William M. LeoGrande. Our Own Backyard: The United States in Central America, 1977-1992. Chapel Hill: University of North Carolina Press, 1998. xvi + 773 pp. $39.95 (cloth), ISBN 978-0-8078-2395-8.
Reviewed by Lester D. Langley (University of Georgia)
Published on H-LatAm (April, 1999)
An Inner History of U.S. Policy in Central America in the Carter and Reagan Years
In his preface to this detailed study of U.S. policy toward Central America in the Jimmy Carter and Ronald Reagan administrations, William LeoGrande (who teaches in the Department of Government at American University) notes that his original purpose was a study of Congressional opposition to Reagan's isthmian policy. LeoGrande quickly abandoned that narrow focus, choosing instead to incorporate the parallel story of Central America's experience from 1977 to the last year of the George Bush administration. In this relatively brief span of U.S. relations with Central America, there was a sea-change in policy--from Jimmy Carter's efforts to adapt U.S. policy toward a rapidly changing isthmian politics to Reagan's determinedly hard-line approach in reversing that policy and, ultimately, to George Bush's practical decision to depart from the isthmian policy of his popular predecessor and, in effect, to admit that "Reagan's War" in Central America had failed.
Explaining those shifting currents in U.S. policy toward Central America in these critical years is a formidable task, but LeoGrande is equal to the challenge. For one thing, he brings to this book the analytical skills of a political scientist who understands not only the dynamics of Central American history in these tumultuous years, but also the complexities of the executive-legislative wrangling over isthmian policy during the Reagan administration. For another, as consultant to the Democratic leadership in Congress in the early 1980s and subsequently as advisor to the the Democratic Policy Committee and House Democratic Task Force on Central America, LeoGrande was in an important position to assess the political struggle that ensued between the executive and legislative branches over Reagan's support of the "Contra War" (what some Nicaraguans refer to as "la Resistencia") in Nicaragua and the equally controversial decision to aid the Salvadoran government in its prosecution of a counterinsurgency against the FMLN guerrillas.
The result is a comprehensive account of U.S. policy toward Central America based on interviews with key players in Washington and in Central America, the National Security Archive, government publications, and relevant periodical and scholarly literature. The book is divided into four parts: Part I sets the stage by providing a brief history of U.S. relations with Central America from the mid-nineteenth century, though LeoGrande's emphasis in this portion of the book is a sharp contrast between Carter's and Reagan's approaches to global issues--i.e., Carter's emphasis on detente and Reagan's pointed efforts to reverse the nation's declining influence in the world. To his credit, Carter did not look at the U.S. role in Central America through a Cold War prism, but rather with the belief that U.S. security interests could best be achieved if the United States distanced itself from entrenched dictatorships (in Nicaragua, the Somoza family). Propping up these despised regimes, critics of U.S. policy in the isthmus had long argued, meant that the United States would suffer when such tyrants were overthrown by the "inevitable revolutions "that their policies provoked. Actually, as LeoGrande makes clear, the reevaluation of U.S. policy toward Nicaragua began during the Carter administration.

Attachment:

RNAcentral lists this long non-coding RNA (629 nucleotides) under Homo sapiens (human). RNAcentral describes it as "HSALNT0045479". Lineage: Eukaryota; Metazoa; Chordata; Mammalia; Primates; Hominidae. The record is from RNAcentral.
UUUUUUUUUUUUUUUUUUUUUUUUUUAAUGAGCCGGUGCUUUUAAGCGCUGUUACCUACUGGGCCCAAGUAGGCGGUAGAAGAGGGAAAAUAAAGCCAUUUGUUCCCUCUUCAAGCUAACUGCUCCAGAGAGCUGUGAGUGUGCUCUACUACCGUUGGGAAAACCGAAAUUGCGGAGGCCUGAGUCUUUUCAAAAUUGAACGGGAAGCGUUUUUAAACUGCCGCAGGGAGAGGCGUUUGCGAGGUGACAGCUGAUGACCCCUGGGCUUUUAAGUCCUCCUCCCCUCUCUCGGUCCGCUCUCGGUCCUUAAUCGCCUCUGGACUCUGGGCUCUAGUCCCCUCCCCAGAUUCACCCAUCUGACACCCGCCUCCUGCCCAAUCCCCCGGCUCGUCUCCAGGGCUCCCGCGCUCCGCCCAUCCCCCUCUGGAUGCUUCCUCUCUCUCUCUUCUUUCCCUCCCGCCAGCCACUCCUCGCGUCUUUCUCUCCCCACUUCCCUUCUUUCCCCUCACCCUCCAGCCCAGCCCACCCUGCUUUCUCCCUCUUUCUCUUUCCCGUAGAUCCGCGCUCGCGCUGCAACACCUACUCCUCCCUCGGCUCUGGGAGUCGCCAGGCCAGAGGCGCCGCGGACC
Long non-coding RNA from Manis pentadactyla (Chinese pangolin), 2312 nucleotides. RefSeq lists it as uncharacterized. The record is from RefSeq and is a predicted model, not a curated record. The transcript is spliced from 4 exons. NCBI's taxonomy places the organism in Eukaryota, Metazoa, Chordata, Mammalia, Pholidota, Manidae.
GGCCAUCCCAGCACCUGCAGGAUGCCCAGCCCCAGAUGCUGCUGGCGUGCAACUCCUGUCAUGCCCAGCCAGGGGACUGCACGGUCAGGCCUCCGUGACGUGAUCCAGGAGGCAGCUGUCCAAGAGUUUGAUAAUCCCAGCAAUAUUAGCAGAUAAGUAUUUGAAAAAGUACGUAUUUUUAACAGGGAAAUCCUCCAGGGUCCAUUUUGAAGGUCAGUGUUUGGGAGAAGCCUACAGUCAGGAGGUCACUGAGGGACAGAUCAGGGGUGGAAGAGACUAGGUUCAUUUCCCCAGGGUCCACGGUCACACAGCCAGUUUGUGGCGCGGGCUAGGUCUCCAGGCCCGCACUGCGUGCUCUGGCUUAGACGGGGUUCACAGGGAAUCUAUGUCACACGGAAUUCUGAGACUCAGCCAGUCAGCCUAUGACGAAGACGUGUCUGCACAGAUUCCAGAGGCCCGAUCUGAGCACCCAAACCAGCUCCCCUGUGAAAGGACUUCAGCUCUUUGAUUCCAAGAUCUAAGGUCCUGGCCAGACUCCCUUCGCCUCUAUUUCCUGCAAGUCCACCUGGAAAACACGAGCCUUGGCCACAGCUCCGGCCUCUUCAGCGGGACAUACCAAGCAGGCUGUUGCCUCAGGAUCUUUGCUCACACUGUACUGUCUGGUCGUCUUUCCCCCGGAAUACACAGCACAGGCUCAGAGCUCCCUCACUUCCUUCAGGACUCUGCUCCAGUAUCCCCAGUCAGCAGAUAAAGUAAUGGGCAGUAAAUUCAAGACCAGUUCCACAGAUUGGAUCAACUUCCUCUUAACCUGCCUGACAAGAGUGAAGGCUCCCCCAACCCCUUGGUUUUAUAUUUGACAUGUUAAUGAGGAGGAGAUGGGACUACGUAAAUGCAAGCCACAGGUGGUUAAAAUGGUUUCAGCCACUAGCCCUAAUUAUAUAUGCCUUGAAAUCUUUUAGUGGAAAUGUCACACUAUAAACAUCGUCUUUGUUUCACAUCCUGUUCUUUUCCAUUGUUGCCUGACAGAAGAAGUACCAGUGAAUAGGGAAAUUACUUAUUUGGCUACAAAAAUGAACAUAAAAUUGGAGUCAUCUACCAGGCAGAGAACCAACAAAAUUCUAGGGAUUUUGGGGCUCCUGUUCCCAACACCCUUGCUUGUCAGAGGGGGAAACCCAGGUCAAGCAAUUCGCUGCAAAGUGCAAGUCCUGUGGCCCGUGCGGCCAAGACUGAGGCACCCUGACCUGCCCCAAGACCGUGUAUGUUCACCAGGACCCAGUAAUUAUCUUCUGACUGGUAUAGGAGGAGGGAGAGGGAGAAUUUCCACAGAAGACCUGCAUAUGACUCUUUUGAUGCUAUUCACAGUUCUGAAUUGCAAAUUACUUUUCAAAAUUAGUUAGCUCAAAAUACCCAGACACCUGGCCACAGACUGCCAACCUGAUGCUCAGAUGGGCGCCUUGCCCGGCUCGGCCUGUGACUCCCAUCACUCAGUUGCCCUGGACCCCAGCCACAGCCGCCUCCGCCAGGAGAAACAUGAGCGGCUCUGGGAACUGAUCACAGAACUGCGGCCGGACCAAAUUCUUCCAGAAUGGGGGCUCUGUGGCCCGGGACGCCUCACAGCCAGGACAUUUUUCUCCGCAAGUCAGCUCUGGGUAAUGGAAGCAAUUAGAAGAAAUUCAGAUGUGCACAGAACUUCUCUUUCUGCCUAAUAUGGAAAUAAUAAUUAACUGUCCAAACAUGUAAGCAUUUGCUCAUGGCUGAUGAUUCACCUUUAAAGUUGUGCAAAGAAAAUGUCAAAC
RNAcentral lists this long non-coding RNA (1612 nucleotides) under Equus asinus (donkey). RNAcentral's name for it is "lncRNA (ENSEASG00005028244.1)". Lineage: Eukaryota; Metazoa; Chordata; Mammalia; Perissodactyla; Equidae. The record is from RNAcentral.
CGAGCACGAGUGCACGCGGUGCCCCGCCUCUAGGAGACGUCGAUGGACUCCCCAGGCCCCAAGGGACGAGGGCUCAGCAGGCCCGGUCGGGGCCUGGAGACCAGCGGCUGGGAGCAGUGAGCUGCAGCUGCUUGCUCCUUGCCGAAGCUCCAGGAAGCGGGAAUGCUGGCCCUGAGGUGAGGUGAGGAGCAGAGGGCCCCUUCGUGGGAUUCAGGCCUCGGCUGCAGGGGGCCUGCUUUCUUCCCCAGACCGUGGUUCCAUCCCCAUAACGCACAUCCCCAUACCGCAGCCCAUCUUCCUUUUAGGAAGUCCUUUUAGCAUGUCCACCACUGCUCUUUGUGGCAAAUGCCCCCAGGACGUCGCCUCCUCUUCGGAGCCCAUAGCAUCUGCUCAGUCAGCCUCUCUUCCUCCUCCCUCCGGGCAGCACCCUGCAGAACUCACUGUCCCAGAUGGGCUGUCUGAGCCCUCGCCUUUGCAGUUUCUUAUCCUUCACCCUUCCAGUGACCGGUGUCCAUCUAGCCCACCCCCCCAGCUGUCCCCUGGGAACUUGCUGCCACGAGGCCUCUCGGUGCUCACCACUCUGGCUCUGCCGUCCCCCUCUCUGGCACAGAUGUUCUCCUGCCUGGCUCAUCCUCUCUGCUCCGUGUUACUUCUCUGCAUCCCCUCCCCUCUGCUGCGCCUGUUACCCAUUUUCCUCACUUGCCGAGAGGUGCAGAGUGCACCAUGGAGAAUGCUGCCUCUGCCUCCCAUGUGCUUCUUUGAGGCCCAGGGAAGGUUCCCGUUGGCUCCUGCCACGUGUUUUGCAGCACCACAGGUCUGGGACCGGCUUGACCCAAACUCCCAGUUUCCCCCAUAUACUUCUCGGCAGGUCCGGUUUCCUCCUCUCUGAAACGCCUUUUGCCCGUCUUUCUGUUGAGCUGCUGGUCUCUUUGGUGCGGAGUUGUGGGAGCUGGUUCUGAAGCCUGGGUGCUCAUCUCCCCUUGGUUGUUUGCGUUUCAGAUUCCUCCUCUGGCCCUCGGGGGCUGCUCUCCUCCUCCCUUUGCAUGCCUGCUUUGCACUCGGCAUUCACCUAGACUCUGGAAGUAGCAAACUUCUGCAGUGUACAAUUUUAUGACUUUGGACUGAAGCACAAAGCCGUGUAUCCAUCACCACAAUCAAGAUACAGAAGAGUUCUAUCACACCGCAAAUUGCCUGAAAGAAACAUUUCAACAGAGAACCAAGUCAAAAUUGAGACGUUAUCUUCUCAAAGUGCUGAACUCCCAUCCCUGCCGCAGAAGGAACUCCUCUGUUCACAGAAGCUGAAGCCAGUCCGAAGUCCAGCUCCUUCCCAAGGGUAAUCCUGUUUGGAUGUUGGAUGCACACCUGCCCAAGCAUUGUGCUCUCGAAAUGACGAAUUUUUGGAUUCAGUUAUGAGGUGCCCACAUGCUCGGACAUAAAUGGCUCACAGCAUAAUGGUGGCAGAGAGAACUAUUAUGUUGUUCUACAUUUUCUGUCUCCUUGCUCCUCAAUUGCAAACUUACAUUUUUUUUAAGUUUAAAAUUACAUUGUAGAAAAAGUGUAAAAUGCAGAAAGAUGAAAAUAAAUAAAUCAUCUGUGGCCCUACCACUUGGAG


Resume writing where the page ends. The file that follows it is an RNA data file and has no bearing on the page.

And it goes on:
LeoGrande credits Carter for a constructive approach to the Nicaraguan revolution and, more important, for averting "another Cuba" in the isthmus. But the problem ran deeper than preventing the radicalization of the Nicaraguan revolution. How was it possible to advance both human rights AND stability in Central America? In the early 1960s, the John F. Kennedy administration had promoted "peaceful revolution" as a viable alternative to the "Cuban revolutionary alternative" in Latin America, yet, before his death, Kennedy had begun to acquiesce in the arming of conservative regimes in their war against domestic insurgencies. The test came in El Salvador in late 1979 and in 1980, when a reformist military regime (known by the motto of "reform and repression") ultimately succumbed under the pressure of rightist elements. By the time of the November 1980 election, it was clear that Carter's approach to Central America--a policy LeoGrande describes as both realistic and naive--was not working. As a realist, Carter recognized that the United States could not go on sustaining the status quo in a region that had changed so dramatically, yet the president naively believed that the United States could sustain a political center capable of dealing with both the intransigent right and the radical left.